WHEN a young client was initially very shy in a wig fitting, Beth Wood reassured her by showing her own patches of hair loss.

"She was really worried," Beth said, "I said, 'I'll show you my patches, if you show me yours.'"

Having lost her hair to alopecia as a teenager, Beth, the stylist and sales manager at Betty Brown Wigs in York, has a better understanding than most of the extent to which hair loss can shake people's sense of identity.

"I tried to hide my hair loss for a while because obviously at 14 I didn't know what was going on and I was quite embarrassed about it. And then my mum sat me down and asked what was going on," Beth said.

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"So I started having lots of treatments and I had to go through to Pontefract every week for a treatment called DCP, which is a liquid they put on your scalp and it causes a kind of eczema, an irritation to stimulate the follicles into working again. It wasn't very nice but it can help. Unfortunately for me it didn't.

"It was awful because all my friends were starting to colour their hair and have all these funky styles and I couldn't. I felt like I really stood out. I didn't let it get me down, I was quite a strong person when I was younger.

"It got to the point I didn't have anything on top and I started wearing a cap to school because I was told my hair would come back soon so not to get a wig."

She recalls with dismay how a surprise Year 11 school photo at Malton School shows her wearing a cap among her peers. At 15, she gave up on the doctor's prediction her hair would soon grow back, and found a wig.

Years later, having trained as a hair stylist and working in York, Beth was invited to work at Betty Brown Wigs by its owner Emma Romans.

The busy Clarence Street shop sees up to 12 women, and sometimes men, a day, giving each hour-long, private appointments.

On the whole, their clients have lost hair through alopecia and trichotillomania (a condition where a person feels compelled to pull their hair out), and through chemotherapy. They also have a number of transgender customers.

"I was always interested in hair and beauty and I thought I don't want to not do that because of my hair," Beth said.

"I never thought I would end up working in a wig shop but I'm glad I have done, it's really helped and people always say thank you. Because of my experience they can trust me a little bit more.

"If people are struggling, they can go out feeling better about themselves. Your hair is a big part of yourself and you take it for granted."

Wigs cost from around £100 to up to around £600, with staff trained in cutting and styling wigs to suit each client. Alopecia patients are entitled to two NHS-funded wigs a year, Beth said, which is something many people don't know about.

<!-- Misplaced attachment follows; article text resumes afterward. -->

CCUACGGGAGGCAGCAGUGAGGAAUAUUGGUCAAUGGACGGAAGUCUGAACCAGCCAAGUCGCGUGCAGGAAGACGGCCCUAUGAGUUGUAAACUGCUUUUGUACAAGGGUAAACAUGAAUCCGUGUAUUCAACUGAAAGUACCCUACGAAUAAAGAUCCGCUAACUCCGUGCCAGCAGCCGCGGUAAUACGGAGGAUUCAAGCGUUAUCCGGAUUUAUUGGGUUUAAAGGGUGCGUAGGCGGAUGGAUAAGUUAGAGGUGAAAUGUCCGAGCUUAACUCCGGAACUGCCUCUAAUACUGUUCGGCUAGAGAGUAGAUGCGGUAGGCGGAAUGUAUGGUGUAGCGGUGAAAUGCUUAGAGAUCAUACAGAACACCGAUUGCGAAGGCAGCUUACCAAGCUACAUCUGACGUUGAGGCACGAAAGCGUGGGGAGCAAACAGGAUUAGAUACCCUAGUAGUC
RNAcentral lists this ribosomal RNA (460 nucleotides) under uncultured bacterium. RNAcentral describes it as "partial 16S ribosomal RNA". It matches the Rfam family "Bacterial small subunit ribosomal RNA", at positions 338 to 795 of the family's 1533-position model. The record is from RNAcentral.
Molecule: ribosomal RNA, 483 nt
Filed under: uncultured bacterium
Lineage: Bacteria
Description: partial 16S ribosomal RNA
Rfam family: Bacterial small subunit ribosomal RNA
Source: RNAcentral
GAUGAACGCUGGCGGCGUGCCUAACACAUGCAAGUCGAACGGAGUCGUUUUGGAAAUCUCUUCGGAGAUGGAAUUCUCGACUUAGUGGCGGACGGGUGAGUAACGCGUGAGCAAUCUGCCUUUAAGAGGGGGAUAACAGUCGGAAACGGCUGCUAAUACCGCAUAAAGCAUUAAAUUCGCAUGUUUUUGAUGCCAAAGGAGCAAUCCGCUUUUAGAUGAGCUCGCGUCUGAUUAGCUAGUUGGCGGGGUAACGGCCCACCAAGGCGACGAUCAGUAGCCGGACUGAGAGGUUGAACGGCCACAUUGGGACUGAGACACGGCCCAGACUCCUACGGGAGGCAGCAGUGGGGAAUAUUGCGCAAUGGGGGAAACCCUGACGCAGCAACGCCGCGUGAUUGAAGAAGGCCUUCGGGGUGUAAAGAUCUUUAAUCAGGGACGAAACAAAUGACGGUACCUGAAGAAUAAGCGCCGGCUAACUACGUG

There's a lack of information, and understanding in general, about alopecia, she said. "I remember my mum and dad getting frustrated as we were getting passed pillar to post, I don't think anyone wanted to take responsibility for it. If you get referred to the right people things get done. Dermatologists and trichologists are always good to see. They do show an interest and they will try and find a cause."

Now 26, Beth's hair grows back cyclically and she doesn't currently wear a wig.

Her worries about whether she would keep her hair returned when her boyfriend Paul proposed. The childhood sweethearts got together as teenagers.

As she was preparing for their wedding (pictured above) , Beth couldn't help but worry about her hair, and had included the wigs she may need in her wedding planning.

"My main aim was to have my own hair for my wedding," she said, "With a wig you can't really wear it up. Luckily by that point my hair had covered enough so I could wear it up."

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Her manager Emma carefully styled Beth's hair to cover any patches ahead of her wedding at Byland Abbey in Coxwold last year. "I felt really good in that I could be a normal bride," she said, "The day was fantastic, there was lots of dancing."

For the foreseeable future, Beth said she's delighted to be working at Betty Browns. "It seems the perfect job for me really," she said, "I never thought I would see myself in a wig shop with this condition but it is the perfect job."

- Betty Brown Wigs runs a regular alopecia support group. Anyone who suffers from hair loss is welcome and people from all age groups attend the meeting. The next group meets at the Clarence Street shop on Wednesday, January 25, at 5.30pm. If you'd like to attend, please call Betty Brown on 01904 674242 to ensure there are enough chairs and cups of tea. If you have recently experienced hair loss and don't know what to do next, the shop is happy to advise. You can also email enquiries@bettybrownwigs.co.uk